An overview of the regulatory developments in South Africa regarding the use of cryptocurrencies
Authors Eveshnie Reddy & Vivienne Lawack
Affiliations: Lecturer, University of South Africa, BCrim BCrim Hons (UKZN) (UNISA) PhD candidate (UWC). This article forms part of research undertaken towards the author’s PhD study; Professor, University of the Western Cape, BJuris LLB LLM (NMMU) LLD (UNISA).
Source: South African Mercantile Law Journal, Volume 31 Issue 1, 2019, p. 1 – 28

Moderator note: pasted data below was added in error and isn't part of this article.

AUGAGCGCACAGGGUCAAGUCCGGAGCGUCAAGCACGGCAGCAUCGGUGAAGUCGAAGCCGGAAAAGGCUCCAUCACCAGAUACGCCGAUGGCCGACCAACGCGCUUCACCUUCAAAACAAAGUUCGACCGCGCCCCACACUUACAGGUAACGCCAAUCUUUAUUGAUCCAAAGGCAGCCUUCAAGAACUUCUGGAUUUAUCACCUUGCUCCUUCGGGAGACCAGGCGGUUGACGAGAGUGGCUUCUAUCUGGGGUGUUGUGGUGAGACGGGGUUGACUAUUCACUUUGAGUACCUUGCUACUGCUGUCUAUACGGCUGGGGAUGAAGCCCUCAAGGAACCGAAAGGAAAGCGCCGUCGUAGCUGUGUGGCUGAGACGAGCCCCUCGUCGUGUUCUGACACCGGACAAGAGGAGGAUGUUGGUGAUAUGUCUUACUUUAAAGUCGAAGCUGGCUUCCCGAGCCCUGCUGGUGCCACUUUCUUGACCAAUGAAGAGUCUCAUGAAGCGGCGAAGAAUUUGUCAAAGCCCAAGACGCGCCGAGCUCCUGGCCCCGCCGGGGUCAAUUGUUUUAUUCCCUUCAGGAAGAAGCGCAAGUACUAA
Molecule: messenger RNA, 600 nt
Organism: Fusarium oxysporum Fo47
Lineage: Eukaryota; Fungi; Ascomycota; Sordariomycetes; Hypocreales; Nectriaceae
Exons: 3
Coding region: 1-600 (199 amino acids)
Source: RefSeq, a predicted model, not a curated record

This article provides an overview of some of the key regulatory developments in South Africa regarding the use of cryptocurrencies. Developments have to date been limited to government-issued notices warning the public of the risks associated with the use of cryptocurrencies, the legal status of cryptocurrencies within the wider paradigm of money, and a recent notice by the South African Revenue Services (‘SARS’) regarding the taxation of cryptocurrencies. A recent consultation paper published by the South African Reserve Bank (‘SARB’) proposed a three-phase regulatory approach to cryptocurrencies, starting with the licensing and registration of all cryptocurrency service providers. Albeit an incremental step in the right direction, this article argues that the regulatory developments have thus far been segmented and do not address the issues emerging from the use of cryptocurrency such as consumer protection, and reparation for loss and fraud. This article argues that although cryptocurrencies are not a widespread medium of exchange, their use in South Africa is gaining traction and calls for some level of regulatory oversight.